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Using Web services for greater enterprise visibility

Commerce One has taken the technology solutions of a number of vendors and pre-integrated their solutions onto one standards-based platform. Fran Howarth comments in this column.

Market Analysis

Using Web services for greater enterprise visibility
The problem with many technology implementations is that they take so much time and effort to get right. You buy the software, but then you have to get it to work with other technology systems. Very often, those links have to be customised, or integration brokers or middleware products used to make applications work together.

To avoid this costly integration, Commerce One has taken the technology solutions of a number of vendors and pre-integrated their solutions onto one standards-based platform. Since they are designed to work together, data can be more flexibly and efficiently transferred between applications. According to Commerce One, this approach means that companies can save up to 50% on the initial costs of development and management of applications, plus a further 60% in ongoing maintenance and support.

Commerce One refers to this new type of business process management platform as composite process management. The benefits of using the platform are that applications co-exist with and complement existing technology - without the need to rip out and replace old systems. Whilst this sounds very much like existing enterprise integration applications, the approach that Commerce One has taken is based on Web services - the existing technology is left intact, and business process 'accelerators' are designed as applications that interface with the underlying technology.

Commerce One is not the only company going down this route. PeopleSoft is also talking the composite applications story, and SAP refers to its resource management application as a composite application. According to PeopleSoft, all the applications that it is developing for the real-time enterprise are composite applications.

Composite applications take a business process-centric approach. Workflow capabilities contained with in the applications are made to work together with Web services, which are capable of combining the content from all the applications and making that content available for all business process needs. In this way, all relevant content is brought together and made available for all applications to work from. For example, if an employee leaves an organisation, Web services will be used with a composite process stack to pull the relevant content from applications including financial management and human resources to make sure that all those employees privileges are revoked to prevent them accessing sensitive information in the future. In the past, each such application would have had to be separately integrated - costing time and money.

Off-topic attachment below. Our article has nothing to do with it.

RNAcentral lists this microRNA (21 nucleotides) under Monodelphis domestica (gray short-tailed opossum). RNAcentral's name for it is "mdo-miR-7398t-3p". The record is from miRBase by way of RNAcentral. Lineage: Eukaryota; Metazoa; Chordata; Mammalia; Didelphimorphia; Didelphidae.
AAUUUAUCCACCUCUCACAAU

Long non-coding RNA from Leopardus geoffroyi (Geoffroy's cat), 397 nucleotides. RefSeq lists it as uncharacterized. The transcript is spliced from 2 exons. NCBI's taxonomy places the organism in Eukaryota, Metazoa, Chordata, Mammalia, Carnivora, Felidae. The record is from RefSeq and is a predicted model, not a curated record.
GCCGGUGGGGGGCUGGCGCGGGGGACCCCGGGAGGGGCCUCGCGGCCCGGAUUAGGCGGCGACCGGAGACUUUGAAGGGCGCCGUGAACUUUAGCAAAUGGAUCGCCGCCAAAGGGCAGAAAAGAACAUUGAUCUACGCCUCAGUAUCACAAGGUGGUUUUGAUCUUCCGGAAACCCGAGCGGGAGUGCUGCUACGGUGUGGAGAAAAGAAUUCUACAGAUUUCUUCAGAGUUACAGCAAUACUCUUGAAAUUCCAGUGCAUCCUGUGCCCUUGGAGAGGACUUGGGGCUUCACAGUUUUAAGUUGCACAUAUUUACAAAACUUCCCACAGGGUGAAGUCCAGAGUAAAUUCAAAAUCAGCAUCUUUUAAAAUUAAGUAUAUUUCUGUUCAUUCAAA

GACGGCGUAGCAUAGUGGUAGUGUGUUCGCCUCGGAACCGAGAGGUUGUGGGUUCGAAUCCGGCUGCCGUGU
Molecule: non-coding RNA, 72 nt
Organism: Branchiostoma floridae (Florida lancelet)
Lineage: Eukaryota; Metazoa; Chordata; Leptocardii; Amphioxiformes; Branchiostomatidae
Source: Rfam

The benefits for organizations of this type of approach are that the implementation of one, pre-built and integrated composite application stack is faster and easier to implement than most applications. Intermediaries - in the form of middleware or consultants for doing the integration work - are no longer required, which saves time and money. By using the capabilities of workflow and Web services to combine all content across the business applications in use, business processes are streamlined and optimized.

This new application architecture still has some way to go before it becomes the de facto standard for enterprise application implementations. But some of the largest vendors are placing their bets on it. Implementing business applications for real-time visibility into business processes just got easier.

Copyright 2003. Originally published by, reprinted with permission. provides IT decision makers with free daily e-mails containing news analysis, member-only discussion forums, free research, technology spotlights and free on-line consultancy. To register for a free e-mail subscription, click here.

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Dig Deeper on Topics Archive

The role of composite applications in an SOA Integration, a longtime thorny issue for IT organizations, is the potential sweet spot for Web services and service-oriented architecture (SOA). Industry veteran Roger Sippl, co-founder and chairman of Above All Software, founded in 2002, has been addressing the problem of information silos and advancing leading-edge technology throughout his career. He was the founder of Informix; co-founder of customer relationship management vendor The Vantive Corp.; and founder of Visigenic Software. Sippl's Above All Software is addressing the issue of integration today through the concept of business services assembled into composite applications. He discusses how composite applications and composite application platforms leverage SOA to achieve business agility while simplifying and reducing the cost of integration.

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